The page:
Kristin Garth




You begin a kneeler.  Prostrate before two temples,

without crosses just losses, lace collars, buttons

to a collar bone, a menagerie of marigolds

a polyester meadow you hide your demonic design.

You hear it all the time.  Whispers/side-eyed

chest glances, inappropriate brief romances

of the mailman/part-time priests, your father’s

best friend – & him, too.   He tells you what to do.

How to close your eyes, to surrender, plead

politely, a little lady, to his higher power

expecting nothing in return for a humble offering

of baby flesh you cannot contain in any Sunday School

dress.  You become, for him & in spite of him a


There are so many layers he has touched you.

Remove only outermost for other men’s money.

The first time you do is baptism of hedonism

& flame.  Your skin in neon glistens shame,

five million bonfires inside pores they bore

relentless into your smallest spaces with x-ray eyes.  

Yet you’re alive.  First foray in flames,

a naked new name.  It’s strange & the same --

a game with rules, tools & fools who feel.  Even you.

There are so many layers he has touched you.

It’s deeper than clothes, sin & skin.  

If you could get to skeleton, maybe you could

begin again & so you peel.




Half-Finished Houses


Half-finished houses are suburban caves

you pull me in to misbehave. A will-

be window arch, the sawdust fresh shaved,

invites trespass midnight, slab initialed,

a small of back engraved.  You kick away

the nails, the two by four, debris.  Open

me where they will watch TV, and you say

in whispers “welcome home” — one more broken

thing you will never own.  Wandering streets,

found, just like me — new construction, exposed

circuitry.  Timorous in plastic sheets,

I am beneath you, deflowered, bulldozed.

You will find another when this one’s through.

You like unfinished things to wander through.






You leave the beach.  They wanted you to teach &

you did as Puritans prescripted, directed

at least for a second – or a year then crossed a bridge

to Pensacola towards autonomy & topless cheers.  

You peel five years, a trillion tears, two apartments

& a house, two feline ghosts (arson & leukemia) whose

haunts are close and quiet, as a mouse.  Arson, one more

time, true crime is let inside your little life.  An atheist,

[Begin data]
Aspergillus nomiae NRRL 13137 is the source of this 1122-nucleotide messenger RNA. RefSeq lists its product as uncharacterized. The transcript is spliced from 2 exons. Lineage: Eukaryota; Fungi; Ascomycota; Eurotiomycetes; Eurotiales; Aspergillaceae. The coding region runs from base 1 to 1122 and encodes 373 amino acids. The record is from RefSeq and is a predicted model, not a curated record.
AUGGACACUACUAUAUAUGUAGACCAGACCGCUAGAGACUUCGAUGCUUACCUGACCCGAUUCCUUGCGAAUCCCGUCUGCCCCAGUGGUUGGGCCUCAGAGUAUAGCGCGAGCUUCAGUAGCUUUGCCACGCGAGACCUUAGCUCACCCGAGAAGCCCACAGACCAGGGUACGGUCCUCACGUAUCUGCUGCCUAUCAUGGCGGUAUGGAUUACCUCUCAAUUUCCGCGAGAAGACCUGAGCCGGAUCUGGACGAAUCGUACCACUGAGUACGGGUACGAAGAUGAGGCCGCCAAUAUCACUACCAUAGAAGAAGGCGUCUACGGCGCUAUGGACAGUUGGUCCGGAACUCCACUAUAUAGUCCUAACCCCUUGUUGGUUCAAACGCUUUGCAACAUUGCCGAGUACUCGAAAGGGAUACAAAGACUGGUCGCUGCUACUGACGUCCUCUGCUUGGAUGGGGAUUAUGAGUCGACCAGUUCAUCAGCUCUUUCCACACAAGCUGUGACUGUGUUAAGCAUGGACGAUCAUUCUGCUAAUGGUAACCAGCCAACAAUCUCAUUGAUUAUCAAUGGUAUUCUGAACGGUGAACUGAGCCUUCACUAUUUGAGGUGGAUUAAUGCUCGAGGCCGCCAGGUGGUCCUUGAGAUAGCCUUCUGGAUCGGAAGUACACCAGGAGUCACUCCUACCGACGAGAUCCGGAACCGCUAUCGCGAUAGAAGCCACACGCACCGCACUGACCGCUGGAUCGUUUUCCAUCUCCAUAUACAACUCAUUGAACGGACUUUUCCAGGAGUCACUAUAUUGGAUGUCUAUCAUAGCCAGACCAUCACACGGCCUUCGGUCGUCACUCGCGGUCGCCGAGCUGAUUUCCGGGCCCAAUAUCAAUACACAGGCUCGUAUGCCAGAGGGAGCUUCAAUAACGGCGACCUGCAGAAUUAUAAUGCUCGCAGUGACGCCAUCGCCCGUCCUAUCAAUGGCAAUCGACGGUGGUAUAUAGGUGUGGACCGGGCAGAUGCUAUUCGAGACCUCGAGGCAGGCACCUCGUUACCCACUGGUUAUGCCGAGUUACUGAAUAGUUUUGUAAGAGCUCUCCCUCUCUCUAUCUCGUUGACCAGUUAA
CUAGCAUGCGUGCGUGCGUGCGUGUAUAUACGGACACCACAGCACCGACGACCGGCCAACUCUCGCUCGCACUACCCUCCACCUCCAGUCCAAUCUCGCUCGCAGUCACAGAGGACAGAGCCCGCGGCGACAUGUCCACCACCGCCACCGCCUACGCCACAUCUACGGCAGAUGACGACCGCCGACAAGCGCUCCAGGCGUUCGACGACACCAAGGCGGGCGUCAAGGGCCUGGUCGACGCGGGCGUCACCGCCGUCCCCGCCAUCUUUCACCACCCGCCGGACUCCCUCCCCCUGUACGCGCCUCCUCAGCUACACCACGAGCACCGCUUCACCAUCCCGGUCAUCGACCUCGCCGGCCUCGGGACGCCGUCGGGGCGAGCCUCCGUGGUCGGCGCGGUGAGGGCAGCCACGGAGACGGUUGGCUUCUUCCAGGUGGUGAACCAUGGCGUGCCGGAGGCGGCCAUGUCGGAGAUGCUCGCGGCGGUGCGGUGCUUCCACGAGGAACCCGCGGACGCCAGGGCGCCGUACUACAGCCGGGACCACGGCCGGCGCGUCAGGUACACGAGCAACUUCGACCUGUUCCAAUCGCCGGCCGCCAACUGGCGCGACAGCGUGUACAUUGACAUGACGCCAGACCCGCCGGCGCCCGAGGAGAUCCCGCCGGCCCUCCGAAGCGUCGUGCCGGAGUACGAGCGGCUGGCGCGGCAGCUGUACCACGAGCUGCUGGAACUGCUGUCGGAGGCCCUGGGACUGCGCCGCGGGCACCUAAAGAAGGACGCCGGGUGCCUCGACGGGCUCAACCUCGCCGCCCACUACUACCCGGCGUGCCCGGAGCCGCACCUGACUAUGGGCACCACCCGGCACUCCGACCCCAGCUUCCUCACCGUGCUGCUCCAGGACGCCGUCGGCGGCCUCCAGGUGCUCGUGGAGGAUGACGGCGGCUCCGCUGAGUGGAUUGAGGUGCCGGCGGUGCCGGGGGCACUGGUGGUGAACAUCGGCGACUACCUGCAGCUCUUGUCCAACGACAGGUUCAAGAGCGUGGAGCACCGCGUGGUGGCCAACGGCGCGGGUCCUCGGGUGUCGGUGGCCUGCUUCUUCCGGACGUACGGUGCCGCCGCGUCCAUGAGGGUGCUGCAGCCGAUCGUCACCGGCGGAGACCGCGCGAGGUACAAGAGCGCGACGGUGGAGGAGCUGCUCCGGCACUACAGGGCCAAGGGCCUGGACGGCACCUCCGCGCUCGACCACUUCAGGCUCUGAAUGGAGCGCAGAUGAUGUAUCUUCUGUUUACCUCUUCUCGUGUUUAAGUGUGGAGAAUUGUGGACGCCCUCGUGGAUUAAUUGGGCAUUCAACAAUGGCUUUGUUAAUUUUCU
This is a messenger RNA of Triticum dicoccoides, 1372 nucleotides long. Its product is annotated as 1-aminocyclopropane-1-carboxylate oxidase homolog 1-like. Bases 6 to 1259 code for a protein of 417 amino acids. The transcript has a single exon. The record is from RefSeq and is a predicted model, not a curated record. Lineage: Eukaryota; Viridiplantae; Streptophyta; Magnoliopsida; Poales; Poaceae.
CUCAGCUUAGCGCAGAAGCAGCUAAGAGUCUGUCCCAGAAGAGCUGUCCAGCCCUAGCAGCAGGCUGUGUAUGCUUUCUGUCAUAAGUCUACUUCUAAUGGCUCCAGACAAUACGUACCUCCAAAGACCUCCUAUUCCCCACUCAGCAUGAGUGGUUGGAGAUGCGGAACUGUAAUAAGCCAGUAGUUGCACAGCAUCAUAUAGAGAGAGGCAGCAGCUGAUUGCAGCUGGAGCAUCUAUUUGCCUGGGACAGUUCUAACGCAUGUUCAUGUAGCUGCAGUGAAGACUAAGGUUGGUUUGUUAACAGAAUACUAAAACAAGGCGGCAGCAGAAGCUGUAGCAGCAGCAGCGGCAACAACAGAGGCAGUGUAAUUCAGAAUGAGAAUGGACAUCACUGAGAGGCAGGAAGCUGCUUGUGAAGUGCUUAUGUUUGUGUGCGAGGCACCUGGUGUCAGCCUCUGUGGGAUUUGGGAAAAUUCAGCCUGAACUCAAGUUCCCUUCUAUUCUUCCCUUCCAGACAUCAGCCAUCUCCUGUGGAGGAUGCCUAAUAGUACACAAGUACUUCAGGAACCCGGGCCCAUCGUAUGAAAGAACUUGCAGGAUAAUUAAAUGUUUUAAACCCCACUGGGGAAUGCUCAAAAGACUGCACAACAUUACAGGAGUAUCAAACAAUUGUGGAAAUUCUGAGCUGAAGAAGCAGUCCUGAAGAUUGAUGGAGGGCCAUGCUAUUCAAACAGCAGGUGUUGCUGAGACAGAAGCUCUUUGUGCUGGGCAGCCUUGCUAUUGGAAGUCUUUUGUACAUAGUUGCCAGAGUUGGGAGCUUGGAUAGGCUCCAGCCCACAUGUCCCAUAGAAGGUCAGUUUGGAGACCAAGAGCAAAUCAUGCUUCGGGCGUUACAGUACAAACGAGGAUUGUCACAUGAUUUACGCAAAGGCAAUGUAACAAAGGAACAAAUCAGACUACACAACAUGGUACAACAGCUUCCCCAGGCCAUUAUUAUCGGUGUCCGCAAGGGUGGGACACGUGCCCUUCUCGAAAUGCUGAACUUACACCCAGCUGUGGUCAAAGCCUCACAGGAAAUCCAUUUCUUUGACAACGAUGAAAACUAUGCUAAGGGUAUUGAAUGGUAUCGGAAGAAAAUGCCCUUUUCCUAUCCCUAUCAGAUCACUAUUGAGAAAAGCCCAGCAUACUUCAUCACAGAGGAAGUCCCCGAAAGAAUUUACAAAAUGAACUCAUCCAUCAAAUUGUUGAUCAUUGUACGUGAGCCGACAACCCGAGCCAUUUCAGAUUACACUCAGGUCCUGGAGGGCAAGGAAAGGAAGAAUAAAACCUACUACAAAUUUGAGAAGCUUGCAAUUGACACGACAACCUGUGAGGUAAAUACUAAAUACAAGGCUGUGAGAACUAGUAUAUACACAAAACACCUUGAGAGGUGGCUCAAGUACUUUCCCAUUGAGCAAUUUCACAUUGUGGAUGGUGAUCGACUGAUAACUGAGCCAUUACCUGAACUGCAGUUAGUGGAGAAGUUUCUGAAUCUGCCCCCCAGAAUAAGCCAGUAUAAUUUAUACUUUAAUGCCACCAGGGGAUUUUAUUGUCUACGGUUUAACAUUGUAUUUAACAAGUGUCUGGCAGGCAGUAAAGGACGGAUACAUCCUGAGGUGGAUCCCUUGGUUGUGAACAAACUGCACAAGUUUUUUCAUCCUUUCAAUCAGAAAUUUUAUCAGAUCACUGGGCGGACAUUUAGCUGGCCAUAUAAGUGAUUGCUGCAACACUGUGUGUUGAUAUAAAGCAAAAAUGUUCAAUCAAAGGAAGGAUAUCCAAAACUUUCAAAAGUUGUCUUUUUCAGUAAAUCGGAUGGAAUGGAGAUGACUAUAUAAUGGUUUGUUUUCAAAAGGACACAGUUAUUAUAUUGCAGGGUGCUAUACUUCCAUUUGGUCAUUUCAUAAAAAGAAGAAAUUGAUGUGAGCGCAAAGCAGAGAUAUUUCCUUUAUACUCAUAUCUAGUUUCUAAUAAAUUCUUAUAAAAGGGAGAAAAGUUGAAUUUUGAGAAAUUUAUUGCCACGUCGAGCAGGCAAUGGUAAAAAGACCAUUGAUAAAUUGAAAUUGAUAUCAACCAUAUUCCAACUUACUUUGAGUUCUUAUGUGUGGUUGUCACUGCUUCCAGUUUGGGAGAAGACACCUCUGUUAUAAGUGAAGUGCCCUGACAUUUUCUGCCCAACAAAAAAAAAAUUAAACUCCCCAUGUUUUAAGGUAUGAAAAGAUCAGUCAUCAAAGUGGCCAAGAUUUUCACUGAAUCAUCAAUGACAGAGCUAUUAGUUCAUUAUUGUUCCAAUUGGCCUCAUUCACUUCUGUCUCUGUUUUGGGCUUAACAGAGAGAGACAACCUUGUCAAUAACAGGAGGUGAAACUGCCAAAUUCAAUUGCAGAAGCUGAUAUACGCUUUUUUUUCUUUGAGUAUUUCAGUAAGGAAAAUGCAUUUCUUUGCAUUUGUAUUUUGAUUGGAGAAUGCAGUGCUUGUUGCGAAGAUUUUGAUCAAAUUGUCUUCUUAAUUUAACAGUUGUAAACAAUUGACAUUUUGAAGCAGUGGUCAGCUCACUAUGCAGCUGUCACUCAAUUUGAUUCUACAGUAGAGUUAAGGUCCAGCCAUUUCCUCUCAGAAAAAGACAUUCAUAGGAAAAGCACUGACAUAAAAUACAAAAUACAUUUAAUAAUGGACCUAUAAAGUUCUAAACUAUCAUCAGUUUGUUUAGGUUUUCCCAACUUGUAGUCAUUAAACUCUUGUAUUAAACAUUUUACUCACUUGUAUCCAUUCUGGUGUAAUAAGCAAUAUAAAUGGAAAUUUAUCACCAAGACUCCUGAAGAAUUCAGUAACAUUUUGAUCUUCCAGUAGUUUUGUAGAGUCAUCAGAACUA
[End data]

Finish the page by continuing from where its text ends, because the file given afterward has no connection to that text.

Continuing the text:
for you, leukemia is criminal new – scientific, insoluble.  

Disease is Manson, Bundy, Bateman without a fury or a

face.  You feel displaced.  Not in Pensacola at all –  instead

maybe a movie & you have found your way inside of it.  

It’s you, Faye & Jack, directed through iconic noir

frames by a pedophile.  Pensacola is just a movie called


which if you could get out of it, you will tell everyone

means rigged deal,  a never changing nightmare of rich

monster fathers who make women into screechers

of truths that two hours to decipher like:  daughter is sister.

Two hours to untangle trauma that, for a woman,

is biology & life.  In Chinatown, it is daughter/sister.

In Pensacola, it is daughter/wife.  A slip of lips from broken

hips, so high on morphine, he’ll say it to an emergency

room doctor.  “This is my wife,” & it will be you, his

oldest daughter.  A noir revelation to a doctor you save

from Chinatown, a shake of a head and a smile.  It is your

style.  He’s a do-gooder with hearts & hips to heal.  

One right now.  He doesn’t need to know he lives in

Chinatown, & he won’t.  Doesn’t even live, like you,

in Pensacola.  At least not today.

Kristin Garth is a kneesock enthusiast and a Best of the Net nominated sonnet stalker.  In addition to Tiny Flames Press, her poetry has stalked magazines like Glass, Five:2: One, Anti-Heroin Chic, Former Cactus, Occulum, Luna Luna, Yes & many more.  She has a chapbook, Pink Plastic House (Maverick Duck Press), two forthcoming: Pensacola Girls (Bone & Ink Press, Sept 2018) and Shakespeare for Sociopaths (The Hedgehog Poetry Press Jan 2019).  Her full length, Candy Cigarette, is forthcoming April 2019 (The Hedgehog Poetry Press). Follow her on Twitter @lolaandjolie, her weekly poetry column ( and her website (